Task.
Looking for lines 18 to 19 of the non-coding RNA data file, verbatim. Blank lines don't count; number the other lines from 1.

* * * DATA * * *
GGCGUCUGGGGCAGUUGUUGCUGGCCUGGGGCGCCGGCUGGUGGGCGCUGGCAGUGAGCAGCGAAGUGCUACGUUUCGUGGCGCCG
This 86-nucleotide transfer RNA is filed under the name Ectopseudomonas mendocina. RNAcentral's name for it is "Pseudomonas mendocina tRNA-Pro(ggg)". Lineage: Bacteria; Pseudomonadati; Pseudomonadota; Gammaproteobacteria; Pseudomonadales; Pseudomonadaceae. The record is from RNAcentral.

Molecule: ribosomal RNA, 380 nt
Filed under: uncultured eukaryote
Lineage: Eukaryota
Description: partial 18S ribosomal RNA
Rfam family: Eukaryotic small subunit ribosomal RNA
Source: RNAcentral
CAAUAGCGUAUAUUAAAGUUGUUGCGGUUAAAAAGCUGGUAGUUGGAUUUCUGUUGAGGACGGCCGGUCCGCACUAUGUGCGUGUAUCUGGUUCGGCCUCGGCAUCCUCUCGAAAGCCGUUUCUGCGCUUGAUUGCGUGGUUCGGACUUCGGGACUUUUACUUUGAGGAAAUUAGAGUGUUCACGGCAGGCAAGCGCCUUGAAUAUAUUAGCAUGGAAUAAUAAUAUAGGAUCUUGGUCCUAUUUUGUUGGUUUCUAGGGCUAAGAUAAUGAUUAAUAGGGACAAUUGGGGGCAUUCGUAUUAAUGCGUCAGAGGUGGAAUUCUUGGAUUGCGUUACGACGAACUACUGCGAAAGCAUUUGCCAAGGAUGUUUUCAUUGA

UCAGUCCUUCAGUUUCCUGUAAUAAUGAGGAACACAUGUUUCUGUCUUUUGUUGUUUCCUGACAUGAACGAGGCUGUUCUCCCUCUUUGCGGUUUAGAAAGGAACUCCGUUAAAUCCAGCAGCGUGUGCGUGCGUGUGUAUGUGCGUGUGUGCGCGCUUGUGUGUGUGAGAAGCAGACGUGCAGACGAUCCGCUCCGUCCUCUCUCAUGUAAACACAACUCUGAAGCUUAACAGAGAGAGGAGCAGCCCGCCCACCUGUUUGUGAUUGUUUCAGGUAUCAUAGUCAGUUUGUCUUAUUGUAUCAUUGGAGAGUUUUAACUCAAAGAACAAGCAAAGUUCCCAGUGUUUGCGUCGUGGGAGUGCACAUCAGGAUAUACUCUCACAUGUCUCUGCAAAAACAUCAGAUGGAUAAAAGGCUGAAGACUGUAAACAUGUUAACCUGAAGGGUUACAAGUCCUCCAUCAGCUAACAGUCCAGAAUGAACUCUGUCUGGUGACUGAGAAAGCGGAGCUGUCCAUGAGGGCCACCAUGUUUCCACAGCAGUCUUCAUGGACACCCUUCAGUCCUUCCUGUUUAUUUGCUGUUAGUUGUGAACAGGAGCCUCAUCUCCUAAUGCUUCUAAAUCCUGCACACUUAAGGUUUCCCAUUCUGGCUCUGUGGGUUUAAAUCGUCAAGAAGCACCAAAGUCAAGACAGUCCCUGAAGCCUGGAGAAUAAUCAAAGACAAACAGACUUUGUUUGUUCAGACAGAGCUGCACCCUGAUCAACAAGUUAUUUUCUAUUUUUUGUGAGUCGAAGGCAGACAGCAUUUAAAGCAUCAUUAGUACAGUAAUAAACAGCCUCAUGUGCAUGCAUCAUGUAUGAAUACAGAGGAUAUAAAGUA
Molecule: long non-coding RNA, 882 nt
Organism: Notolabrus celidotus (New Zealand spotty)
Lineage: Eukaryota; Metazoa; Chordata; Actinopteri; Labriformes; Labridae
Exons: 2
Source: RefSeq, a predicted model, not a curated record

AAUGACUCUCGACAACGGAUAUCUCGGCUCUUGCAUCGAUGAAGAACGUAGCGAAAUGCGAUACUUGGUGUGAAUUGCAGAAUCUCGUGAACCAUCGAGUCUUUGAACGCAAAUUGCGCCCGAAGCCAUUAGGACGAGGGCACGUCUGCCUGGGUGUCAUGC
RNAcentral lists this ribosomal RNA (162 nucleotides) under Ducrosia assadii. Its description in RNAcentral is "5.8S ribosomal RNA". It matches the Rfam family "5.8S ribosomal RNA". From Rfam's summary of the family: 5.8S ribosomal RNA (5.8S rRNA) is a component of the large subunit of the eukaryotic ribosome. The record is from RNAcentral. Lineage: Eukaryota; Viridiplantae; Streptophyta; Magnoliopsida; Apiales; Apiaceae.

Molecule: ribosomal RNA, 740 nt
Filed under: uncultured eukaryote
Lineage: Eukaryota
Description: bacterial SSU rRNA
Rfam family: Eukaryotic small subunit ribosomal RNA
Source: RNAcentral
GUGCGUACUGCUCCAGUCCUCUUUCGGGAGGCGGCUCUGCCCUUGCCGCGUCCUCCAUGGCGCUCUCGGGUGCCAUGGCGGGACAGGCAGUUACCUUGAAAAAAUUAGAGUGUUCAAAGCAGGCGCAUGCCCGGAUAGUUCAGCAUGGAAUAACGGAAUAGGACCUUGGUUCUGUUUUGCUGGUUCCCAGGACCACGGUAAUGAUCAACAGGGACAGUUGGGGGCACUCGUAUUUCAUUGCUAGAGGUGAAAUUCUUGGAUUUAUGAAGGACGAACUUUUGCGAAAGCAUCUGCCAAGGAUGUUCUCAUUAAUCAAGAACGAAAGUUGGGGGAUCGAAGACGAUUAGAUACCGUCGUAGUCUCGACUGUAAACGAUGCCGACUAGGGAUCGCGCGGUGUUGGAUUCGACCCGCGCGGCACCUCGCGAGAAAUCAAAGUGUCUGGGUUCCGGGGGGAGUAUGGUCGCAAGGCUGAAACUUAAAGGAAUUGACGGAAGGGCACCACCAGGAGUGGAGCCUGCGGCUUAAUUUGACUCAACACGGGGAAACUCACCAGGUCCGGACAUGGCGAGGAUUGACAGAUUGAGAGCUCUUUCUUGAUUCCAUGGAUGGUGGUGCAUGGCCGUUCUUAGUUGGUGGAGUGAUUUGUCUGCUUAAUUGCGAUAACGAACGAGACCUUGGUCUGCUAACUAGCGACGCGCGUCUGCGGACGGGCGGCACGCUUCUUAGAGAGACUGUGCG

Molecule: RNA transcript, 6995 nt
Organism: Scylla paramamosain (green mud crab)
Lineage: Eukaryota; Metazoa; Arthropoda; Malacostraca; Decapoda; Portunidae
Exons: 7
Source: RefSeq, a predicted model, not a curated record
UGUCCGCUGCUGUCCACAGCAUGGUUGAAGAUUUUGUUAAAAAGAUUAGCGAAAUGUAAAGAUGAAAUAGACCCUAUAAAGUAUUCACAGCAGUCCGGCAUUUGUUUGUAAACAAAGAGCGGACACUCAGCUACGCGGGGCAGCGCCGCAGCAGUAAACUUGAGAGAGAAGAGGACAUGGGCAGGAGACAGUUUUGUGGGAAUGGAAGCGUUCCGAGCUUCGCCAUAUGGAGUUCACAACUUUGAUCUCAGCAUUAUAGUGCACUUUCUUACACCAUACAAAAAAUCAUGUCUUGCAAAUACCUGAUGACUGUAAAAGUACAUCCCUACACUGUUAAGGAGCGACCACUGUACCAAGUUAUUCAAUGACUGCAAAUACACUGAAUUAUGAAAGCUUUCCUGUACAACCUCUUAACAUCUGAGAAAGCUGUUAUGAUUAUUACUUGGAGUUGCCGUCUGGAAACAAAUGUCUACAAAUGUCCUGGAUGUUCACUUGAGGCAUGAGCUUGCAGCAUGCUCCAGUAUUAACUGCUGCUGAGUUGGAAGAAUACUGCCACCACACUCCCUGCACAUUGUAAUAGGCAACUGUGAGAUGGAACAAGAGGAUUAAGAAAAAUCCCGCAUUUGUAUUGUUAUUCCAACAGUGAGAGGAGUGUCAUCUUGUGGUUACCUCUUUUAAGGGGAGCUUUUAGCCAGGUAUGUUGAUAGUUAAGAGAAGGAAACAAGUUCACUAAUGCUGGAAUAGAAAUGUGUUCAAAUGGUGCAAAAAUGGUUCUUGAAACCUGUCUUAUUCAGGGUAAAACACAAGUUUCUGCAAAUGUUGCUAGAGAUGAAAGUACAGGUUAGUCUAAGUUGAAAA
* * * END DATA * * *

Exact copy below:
Molecule: ribosomal RNA, 740 nt
Filed under: uncultured eukaryote